Tuesday, February 28, 2006

Hitting that button

"I fell not only into the habits but into the moods of the student day. Every morning I was hopeful, determined, energized by the campanile bells and by the smell of eucalyptus and by the day's projected accomplishments. On the way to breakfast I would walk briskly, breathe deeply, review my "plans" for the day: I would write five pages, return all calls, lunch on raisins and answer ten letters. I would at least read E.H. Gombrich. I would once and for all get the meaning of the word "structuralist". And yet every afternoon by four o'clock, the hour when I met my single class, I was once again dulled, glazed, sunk in an excess of carbohydrates and in my own mediocrity, in my failure - still, after twenty years - to "live up to" the day's possibilities."

- Joan Didion

Do you ever get the feeling that your life is on perpetual snooze? That all you're really doing is buying time, punching the clock that will let you go on the way you are a little longer, that will keep you from having to wake up to the reality of your days? And that death, by extension, would be just a really bad case of oversleeping?

Robert Lowell writes:

The man is killing time - there's nothing else.
No help now from the fifth of Bourbon
chucked helter-skelter into the river,
even its cork sucked under.

Stubbed before-breakfast cigarettes
burn bull's-eyes on the bedside table;
a plastic tumbler of alka seltzer
champagnes in the bathroom.

No help from his body, the whale's
warm-hearted blubber, foundering down
leagues of ocean, gasping whiteness.
The barbed hooks fester. The lines snap tight.

When he looks for neighbours, their names blur in the window,
his distracted eye sees only glass sky.
His despair has the galvanized colour
of the mop and water in the galvanized bucket.

Once she was close to him
as water to the dead metal.

He looks at her engagements inked on her calendar.
A list of indictments.
At the numbers in her thumbed black telephone book.
A quiver full of arrows.

Her absence hisses like steam,
the pipes sing...
even corroded metal somehow functions.
He snores in his iron lung,
and hears the voice of Eve,
beseeching freedom from the Garden's
perfect and ponderous bubble. No voice
outsings the serpent's flawed, euphoric hiss.

The cheese wilts in the rat-trap,
the milk turns to junket in the cornflakes bowl,
car keys and razor blades
shine in an ashtray.

Is he killing time? Out on the street,
two cops on horseback clop through the April rain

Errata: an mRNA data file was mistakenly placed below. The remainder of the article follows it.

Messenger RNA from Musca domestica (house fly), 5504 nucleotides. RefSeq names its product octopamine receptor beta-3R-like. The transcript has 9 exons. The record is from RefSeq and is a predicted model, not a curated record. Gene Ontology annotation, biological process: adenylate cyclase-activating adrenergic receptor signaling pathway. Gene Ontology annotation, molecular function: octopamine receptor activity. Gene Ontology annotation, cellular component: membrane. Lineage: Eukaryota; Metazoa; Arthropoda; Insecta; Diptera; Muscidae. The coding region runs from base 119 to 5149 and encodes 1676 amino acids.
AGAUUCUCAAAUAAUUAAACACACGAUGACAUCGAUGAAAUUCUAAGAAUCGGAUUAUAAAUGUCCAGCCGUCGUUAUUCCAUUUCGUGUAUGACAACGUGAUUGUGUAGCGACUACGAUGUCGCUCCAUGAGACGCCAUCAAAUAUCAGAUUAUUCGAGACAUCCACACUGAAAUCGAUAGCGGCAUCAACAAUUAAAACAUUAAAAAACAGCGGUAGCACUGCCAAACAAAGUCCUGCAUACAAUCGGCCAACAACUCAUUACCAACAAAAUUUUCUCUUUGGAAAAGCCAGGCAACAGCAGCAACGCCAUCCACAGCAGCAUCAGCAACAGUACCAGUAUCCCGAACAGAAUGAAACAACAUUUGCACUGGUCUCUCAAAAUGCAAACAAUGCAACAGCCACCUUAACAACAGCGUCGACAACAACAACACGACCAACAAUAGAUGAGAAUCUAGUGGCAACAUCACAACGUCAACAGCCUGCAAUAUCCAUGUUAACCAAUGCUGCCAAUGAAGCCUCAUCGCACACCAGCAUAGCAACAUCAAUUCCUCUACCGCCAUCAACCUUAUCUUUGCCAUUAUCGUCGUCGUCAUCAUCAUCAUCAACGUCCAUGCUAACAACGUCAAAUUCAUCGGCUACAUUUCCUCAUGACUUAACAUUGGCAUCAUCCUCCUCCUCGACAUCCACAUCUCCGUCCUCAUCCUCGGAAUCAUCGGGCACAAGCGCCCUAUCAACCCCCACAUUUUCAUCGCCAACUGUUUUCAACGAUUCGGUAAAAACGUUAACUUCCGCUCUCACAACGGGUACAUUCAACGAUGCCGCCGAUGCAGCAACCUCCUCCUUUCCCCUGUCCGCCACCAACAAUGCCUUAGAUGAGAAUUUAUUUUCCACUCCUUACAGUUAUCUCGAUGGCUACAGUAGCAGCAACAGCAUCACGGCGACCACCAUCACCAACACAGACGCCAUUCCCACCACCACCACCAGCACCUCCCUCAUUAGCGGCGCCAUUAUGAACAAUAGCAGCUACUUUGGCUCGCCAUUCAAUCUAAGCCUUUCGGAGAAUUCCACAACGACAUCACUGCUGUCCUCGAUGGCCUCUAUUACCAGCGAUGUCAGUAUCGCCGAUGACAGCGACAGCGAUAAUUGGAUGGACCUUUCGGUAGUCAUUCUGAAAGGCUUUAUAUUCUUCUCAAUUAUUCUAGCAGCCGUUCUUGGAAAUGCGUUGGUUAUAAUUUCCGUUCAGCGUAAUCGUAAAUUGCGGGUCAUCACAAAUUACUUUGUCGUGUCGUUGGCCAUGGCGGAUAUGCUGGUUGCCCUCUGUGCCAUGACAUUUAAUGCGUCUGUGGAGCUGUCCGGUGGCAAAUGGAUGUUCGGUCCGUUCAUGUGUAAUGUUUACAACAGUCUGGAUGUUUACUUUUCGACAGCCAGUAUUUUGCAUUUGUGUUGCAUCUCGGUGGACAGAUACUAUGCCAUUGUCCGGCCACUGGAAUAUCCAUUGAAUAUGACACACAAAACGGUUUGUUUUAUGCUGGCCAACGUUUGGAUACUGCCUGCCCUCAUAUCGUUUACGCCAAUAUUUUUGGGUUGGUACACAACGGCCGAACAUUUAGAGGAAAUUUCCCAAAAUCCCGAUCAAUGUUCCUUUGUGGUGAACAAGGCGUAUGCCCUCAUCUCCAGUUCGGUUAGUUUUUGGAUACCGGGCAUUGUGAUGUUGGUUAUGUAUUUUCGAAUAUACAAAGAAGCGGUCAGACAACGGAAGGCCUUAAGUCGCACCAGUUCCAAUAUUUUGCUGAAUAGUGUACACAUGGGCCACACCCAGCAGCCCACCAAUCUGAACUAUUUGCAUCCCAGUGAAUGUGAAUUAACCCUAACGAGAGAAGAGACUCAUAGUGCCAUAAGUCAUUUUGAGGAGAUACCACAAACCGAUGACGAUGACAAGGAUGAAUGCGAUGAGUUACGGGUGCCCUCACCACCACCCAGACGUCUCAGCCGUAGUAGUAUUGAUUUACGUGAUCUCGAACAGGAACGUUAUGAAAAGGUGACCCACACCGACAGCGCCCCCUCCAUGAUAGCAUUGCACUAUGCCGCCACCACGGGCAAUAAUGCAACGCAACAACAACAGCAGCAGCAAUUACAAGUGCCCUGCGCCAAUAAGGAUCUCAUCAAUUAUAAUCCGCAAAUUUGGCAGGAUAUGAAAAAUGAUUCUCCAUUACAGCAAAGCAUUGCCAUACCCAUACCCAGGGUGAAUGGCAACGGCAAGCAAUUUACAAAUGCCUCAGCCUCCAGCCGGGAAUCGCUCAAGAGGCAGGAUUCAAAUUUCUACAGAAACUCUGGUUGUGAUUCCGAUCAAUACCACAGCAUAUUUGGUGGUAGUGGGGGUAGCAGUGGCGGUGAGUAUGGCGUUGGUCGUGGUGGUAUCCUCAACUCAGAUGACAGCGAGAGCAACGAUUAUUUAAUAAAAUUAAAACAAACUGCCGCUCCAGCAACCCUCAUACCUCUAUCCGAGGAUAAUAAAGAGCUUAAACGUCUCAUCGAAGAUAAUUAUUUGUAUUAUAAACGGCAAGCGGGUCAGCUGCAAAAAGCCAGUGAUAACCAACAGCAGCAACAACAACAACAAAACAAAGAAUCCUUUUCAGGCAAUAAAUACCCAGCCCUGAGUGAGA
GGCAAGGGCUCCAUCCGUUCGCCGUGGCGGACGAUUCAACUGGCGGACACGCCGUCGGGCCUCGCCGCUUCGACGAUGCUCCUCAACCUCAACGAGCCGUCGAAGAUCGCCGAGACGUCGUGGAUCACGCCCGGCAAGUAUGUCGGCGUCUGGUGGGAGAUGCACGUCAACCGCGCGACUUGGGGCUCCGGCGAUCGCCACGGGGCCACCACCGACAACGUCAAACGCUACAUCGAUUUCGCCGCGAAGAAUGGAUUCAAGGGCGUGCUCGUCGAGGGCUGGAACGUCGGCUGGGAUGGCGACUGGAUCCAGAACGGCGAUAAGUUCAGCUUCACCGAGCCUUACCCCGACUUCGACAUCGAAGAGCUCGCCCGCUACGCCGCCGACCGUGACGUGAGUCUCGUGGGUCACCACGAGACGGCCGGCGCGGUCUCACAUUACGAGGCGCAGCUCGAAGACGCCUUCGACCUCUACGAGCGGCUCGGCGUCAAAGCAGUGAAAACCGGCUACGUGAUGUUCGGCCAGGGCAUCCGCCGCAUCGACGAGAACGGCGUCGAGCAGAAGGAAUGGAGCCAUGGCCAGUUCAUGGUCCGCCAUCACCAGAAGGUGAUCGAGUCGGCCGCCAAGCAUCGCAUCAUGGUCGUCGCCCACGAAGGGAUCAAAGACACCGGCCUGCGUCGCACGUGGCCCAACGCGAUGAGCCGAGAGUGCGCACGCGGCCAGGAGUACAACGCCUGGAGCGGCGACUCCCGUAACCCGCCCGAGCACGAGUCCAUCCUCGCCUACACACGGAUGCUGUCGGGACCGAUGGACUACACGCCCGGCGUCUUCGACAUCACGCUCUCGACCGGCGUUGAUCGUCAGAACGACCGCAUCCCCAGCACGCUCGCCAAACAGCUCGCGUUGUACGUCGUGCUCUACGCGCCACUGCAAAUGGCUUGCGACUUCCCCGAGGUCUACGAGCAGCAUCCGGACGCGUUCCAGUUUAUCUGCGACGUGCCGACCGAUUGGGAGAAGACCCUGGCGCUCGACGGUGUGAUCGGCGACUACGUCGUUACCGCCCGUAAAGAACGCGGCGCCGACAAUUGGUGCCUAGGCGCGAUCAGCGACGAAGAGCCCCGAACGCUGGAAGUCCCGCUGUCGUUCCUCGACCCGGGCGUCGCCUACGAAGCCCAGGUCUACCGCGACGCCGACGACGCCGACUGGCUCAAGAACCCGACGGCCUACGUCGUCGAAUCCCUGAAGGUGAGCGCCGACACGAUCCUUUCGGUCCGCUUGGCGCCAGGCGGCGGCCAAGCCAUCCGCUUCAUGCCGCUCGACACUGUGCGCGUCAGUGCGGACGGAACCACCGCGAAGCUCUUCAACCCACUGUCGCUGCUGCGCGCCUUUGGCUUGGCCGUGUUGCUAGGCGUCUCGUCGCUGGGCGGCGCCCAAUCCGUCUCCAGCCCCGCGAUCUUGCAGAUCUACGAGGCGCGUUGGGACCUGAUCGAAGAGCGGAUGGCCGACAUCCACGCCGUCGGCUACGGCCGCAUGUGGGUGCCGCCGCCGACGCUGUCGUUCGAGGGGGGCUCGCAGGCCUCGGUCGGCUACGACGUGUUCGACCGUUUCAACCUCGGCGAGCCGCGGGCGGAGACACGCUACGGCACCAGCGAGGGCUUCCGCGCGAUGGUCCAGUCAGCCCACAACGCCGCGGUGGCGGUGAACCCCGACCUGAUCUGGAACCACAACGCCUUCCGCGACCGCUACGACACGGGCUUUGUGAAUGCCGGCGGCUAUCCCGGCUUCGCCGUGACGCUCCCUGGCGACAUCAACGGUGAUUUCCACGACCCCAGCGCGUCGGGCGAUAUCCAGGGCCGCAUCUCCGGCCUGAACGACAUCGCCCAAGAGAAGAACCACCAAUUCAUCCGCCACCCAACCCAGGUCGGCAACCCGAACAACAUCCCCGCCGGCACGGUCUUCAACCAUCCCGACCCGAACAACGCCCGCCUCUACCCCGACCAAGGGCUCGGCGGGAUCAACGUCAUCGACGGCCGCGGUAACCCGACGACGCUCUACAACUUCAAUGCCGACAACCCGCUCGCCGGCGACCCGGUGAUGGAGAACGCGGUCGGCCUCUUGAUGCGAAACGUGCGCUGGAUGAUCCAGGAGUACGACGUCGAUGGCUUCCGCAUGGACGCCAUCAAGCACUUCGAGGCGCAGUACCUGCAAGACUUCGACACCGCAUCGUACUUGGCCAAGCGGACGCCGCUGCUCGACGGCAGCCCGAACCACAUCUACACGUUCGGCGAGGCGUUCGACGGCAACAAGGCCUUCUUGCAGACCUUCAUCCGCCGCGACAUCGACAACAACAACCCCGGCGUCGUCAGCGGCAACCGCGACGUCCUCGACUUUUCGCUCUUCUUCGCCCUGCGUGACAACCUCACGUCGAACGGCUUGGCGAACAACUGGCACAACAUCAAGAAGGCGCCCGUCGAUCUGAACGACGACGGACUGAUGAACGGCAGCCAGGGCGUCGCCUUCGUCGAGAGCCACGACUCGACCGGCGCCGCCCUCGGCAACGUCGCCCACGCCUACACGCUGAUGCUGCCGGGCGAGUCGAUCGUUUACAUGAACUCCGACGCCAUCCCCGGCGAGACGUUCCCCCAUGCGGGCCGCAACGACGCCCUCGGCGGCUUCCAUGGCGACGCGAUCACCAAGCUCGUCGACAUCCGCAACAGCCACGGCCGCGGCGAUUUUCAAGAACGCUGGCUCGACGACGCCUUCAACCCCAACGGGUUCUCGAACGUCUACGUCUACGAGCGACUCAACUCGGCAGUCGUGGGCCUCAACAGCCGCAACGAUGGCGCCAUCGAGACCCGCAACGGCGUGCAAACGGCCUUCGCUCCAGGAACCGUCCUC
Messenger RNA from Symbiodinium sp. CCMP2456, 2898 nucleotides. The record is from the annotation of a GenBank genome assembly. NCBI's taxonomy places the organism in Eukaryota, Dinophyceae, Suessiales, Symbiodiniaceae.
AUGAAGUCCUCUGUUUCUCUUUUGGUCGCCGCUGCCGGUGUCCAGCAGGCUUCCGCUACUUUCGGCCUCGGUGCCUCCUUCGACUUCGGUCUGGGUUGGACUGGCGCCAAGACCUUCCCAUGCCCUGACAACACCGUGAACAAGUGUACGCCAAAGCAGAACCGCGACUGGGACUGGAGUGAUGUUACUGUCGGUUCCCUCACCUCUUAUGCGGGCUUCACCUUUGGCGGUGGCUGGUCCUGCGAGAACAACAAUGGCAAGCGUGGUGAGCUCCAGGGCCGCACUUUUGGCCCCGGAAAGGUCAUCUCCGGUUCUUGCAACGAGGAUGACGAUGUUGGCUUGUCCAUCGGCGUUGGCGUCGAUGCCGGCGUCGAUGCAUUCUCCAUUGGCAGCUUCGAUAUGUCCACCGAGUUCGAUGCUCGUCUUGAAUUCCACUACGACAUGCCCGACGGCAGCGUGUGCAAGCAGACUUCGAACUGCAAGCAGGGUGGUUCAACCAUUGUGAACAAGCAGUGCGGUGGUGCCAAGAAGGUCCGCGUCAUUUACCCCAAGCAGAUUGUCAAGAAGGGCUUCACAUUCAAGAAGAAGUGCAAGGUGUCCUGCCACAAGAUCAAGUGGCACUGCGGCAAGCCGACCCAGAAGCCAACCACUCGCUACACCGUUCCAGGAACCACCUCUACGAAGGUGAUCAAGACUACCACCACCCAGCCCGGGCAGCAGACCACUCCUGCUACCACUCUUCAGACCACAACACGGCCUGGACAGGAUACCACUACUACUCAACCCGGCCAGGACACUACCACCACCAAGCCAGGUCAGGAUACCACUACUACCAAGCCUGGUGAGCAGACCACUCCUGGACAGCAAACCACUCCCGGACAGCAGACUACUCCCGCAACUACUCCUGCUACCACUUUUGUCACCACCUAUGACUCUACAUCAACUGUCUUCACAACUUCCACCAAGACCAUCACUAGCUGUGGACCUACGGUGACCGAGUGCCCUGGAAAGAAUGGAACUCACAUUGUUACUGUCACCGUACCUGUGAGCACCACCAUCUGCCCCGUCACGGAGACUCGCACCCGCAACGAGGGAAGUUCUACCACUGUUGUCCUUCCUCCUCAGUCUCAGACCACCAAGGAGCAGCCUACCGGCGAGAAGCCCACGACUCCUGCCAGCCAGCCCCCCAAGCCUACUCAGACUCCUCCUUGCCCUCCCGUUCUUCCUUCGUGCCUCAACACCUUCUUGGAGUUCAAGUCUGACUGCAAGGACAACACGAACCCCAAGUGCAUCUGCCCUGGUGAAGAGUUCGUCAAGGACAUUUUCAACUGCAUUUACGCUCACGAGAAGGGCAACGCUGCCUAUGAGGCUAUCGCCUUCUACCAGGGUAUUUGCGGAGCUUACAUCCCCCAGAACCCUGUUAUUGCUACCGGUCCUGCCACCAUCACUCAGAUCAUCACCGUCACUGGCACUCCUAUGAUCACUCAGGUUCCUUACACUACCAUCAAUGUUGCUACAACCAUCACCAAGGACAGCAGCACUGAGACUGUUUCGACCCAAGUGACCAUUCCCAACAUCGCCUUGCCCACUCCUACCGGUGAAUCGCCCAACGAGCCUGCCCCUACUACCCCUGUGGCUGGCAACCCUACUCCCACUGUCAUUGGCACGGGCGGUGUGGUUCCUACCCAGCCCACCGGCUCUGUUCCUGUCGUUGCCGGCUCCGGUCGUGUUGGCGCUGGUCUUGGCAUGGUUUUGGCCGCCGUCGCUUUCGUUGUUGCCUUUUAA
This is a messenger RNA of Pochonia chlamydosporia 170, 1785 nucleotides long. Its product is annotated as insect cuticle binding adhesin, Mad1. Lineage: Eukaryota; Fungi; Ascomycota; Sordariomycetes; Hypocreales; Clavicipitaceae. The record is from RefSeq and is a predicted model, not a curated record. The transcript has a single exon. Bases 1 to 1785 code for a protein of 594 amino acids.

to check the parking meter violations -
their oilskins yellow as forsythia.

- Robert Lowell, 'The Drinker'

Sometimes it's fun to just turn over and wallow.



Encarna said...

appreciated like a true alcoholic. Nice poem.

Cheshire Cat said...

To categorize a post with that poem as "Whimsy" truly is the height of whimsy. Poor Lowell. That isn't one of his best poems. Sagging figures (reflective of the theme?), that rather ad-hoc reference to the Fall. At certain points he sounds imitative of a certain famous student of his.

As the inexhaustible subject, the problem of Time points to its (inadvertent) solution. Such nonsense, really. The subject is too close, too close...

Nessa said...

Yes, indeed :)

Falstaff said...

Encarna: Thanks.

Cat: Ah, that's entirely the point, of course.

personally, I think it's half of one of his best poems. i actually rather like the first half, then at some point this woman pops into the picture (for no real reason that I can see) and then the next two stanzas are just god awful - first there's the banality of the quiver full of arrows bit, and then this whole garden of Eden thing, which is just too, too contrived. That said, I love the starting. Just try reading those first stanzas when you wake up after a night of over-the-top indulgence, and you'll see what I mean.

Nessa: Glad you agree. :-)

ozymandiaz said...

Habitual nature, lament and mortality. This is whimsey? More like confederate money.

zedzded said...

can totally relate to it. Just like Phil Connors in Groundhog Day.

Falstaff said...

Oz: Confederate money? Huh?

Zedzded: ya, except that at least the one day Phil lives through again and again is a fun, eventful day. If they ever made a movie about the one day I keep living through again and again (side thought: How would I feel about being played by Bill Murray? Hmmm...) people would be walking out of the theatre after the first five minutes.

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